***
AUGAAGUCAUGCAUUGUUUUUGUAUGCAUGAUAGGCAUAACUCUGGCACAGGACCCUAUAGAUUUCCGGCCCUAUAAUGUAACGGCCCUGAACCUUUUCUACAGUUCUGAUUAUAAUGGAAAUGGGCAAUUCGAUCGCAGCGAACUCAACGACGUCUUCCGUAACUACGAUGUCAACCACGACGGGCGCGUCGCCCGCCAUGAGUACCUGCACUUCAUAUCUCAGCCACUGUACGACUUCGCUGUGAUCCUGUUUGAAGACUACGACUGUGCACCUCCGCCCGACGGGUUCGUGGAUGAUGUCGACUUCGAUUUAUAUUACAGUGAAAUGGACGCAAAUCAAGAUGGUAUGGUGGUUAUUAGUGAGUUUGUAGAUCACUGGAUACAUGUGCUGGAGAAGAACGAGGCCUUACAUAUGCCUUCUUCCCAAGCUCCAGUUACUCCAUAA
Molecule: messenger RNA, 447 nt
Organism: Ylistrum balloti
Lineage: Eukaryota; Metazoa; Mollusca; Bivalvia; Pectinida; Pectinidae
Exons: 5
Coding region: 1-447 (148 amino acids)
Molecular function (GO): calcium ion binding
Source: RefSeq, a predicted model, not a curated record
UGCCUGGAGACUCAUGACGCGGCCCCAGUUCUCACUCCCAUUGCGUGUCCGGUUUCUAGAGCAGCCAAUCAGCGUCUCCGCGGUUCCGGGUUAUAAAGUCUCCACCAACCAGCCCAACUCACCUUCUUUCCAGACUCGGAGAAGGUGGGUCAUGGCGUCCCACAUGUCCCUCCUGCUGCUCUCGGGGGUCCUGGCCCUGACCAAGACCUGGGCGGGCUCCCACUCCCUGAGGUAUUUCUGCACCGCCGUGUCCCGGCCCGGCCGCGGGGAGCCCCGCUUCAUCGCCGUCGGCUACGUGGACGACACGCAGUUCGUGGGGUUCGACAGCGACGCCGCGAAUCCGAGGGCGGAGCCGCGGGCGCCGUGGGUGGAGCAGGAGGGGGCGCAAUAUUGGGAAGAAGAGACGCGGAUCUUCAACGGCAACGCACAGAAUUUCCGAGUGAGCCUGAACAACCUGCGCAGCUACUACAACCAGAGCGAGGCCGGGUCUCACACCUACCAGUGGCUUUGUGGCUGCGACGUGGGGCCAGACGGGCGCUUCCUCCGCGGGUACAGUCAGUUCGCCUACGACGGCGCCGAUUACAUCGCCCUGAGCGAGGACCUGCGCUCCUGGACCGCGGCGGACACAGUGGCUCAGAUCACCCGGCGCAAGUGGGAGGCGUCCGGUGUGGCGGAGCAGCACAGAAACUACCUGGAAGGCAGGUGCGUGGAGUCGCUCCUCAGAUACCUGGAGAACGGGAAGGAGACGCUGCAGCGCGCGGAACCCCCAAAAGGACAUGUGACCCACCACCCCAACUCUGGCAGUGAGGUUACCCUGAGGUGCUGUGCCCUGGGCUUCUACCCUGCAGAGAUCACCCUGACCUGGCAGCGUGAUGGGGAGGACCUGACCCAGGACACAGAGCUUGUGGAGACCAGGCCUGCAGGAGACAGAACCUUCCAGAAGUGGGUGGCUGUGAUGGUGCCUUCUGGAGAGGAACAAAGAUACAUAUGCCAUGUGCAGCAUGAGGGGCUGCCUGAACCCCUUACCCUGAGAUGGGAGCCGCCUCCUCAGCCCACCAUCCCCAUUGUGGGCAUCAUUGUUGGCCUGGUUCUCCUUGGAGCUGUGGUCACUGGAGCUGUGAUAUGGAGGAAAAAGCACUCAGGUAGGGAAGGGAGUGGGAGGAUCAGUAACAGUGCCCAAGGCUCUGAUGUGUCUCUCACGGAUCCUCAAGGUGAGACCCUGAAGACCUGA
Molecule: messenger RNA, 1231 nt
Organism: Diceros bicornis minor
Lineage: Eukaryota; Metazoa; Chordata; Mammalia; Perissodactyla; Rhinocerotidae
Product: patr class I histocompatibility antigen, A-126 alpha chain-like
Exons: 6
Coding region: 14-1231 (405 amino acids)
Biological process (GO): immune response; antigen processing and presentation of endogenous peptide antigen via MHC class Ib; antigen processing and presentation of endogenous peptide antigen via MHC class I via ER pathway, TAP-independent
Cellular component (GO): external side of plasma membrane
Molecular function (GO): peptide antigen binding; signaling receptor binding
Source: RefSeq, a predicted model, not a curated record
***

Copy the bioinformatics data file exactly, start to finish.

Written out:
AUGAAGUCAUGCAUUGUUUUUGUAUGCAUGAUAGGCAUAACUCUGGCACAGGACCCUAUAGAUUUCCGGCCCUAUAAUGUAACGGCCCUGAACCUUUUCUACAGUUCUGAUUAUAAUGGAAAUGGGCAAUUCGAUCGCAGCGAACUCAACGACGUCUUCCGUAACUACGAUGUCAACCACGACGGGCGCGUCGCCCGCCAUGAGUACCUGCACUUCAUAUCUCAGCCACUGUACGACUUCGCUGUGAUCCUGUUUGAAGACUACGACUGUGCACCUCCGCCCGACGGGUUCGUGGAUGAUGUCGACUUCGAUUUAUAUUACAGUGAAAUGGACGCAAAUCAAGAUGGUAUGGUGGUUAUUAGUGAGUUUGUAGAUCACUGGAUACAUGUGCUGGAGAAGAACGAGGCCUUACAUAUGCCUUCUUCCCAAGCUCCAGUUACUCCAUAA
Molecule: messenger RNA, 447 nt
Organism: Ylistrum balloti
Lineage: Eukaryota; Metazoa; Mollusca; Bivalvia; Pectinida; Pectinidae
Exons: 5
Coding region: 1-447 (148 amino acids)
Molecular function (GO): calcium ion binding
Source: RefSeq, a predicted model, not a curated record
UGCCUGGAGACUCAUGACGCGGCCCCAGUUCUCACUCCCAUUGCGUGUCCGGUUUCUAGAGCAGCCAAUCAGCGUCUCCGCGGUUCCGGGUUAUAAAGUCUCCACCAACCAGCCCAACUCACCUUCUUUCCAGACUCGGAGAAGGUGGGUCAUGGCGUCCCACAUGUCCCUCCUGCUGCUCUCGGGGGUCCUGGCCCUGACCAAGACCUGGGCGGGCUCCCACUCCCUGAGGUAUUUCUGCACCGCCGUGUCCCGGCCCGGCCGCGGGGAGCCCCGCUUCAUCGCCGUCGGCUACGUGGACGACACGCAGUUCGUGGGGUUCGACAGCGACGCCGCGAAUCCGAGGGCGGAGCCGCGGGCGCCGUGGGUGGAGCAGGAGGGGGCGCAAUAUUGGGAAGAAGAGACGCGGAUCUUCAACGGCAACGCACAGAAUUUCCGAGUGAGCCUGAACAACCUGCGCAGCUACUACAACCAGAGCGAGGCCGGGUCUCACACCUACCAGUGGCUUUGUGGCUGCGACGUGGGGCCAGACGGGCGCUUCCUCCGCGGGUACAGUCAGUUCGCCUACGACGGCGCCGAUUACAUCGCCCUGAGCGAGGACCUGCGCUCCUGGACCGCGGCGGACACAGUGGCUCAGAUCACCCGGCGCAAGUGGGAGGCGUCCGGUGUGGCGGAGCAGCACAGAAACUACCUGGAAGGCAGGUGCGUGGAGUCGCUCCUCAGAUACCUGGAGAACGGGAAGGAGACGCUGCAGCGCGCGGAACCCCCAAAAGGACAUGUGACCCACCACCCCAACUCUGGCAGUGAGGUUACCCUGAGGUGCUGUGCCCUGGGCUUCUACCCUGCAGAGAUCACCCUGACCUGGCAGCGUGAUGGGGAGGACCUGACCCAGGACACAGAGCUUGUGGAGACCAGGCCUGCAGGAGACAGAACCUUCCAGAAGUGGGUGGCUGUGAUGGUGCCUUCUGGAGAGGAACAAAGAUACAUAUGCCAUGUGCAGCAUGAGGGGCUGCCUGAACCCCUUACCCUGAGAUGGGAGCCGCCUCCUCAGCCCACCAUCCCCAUUGUGGGCAUCAUUGUUGGCCUGGUUCUCCUUGGAGCUGUGGUCACUGGAGCUGUGAUAUGGAGGAAAAAGCACUCAGGUAGGGAAGGGAGUGGGAGGAUCAGUAACAGUGCCCAAGGCUCUGAUGUGUCUCUCACGGAUCCUCAAGGUGAGACCCUGAAGACCUGA
Molecule: messenger RNA, 1231 nt
Organism: Diceros bicornis minor
Lineage: Eukaryota; Metazoa; Chordata; Mammalia; Perissodactyla; Rhinocerotidae
Product: patr class I histocompatibility antigen, A-126 alpha chain-like
Exons: 6
Coding region: 14-1231 (405 amino acids)
Biological process (GO): immune response; antigen processing and presentation of endogenous peptide antigen via MHC class Ib; antigen processing and presentation of endogenous peptide antigen via MHC class I via ER pathway, TAP-independent
Cellular component (GO): external side of plasma membrane
Molecular function (GO): peptide antigen binding; signaling receptor binding
Source: RefSeq, a predicted model, not a curated record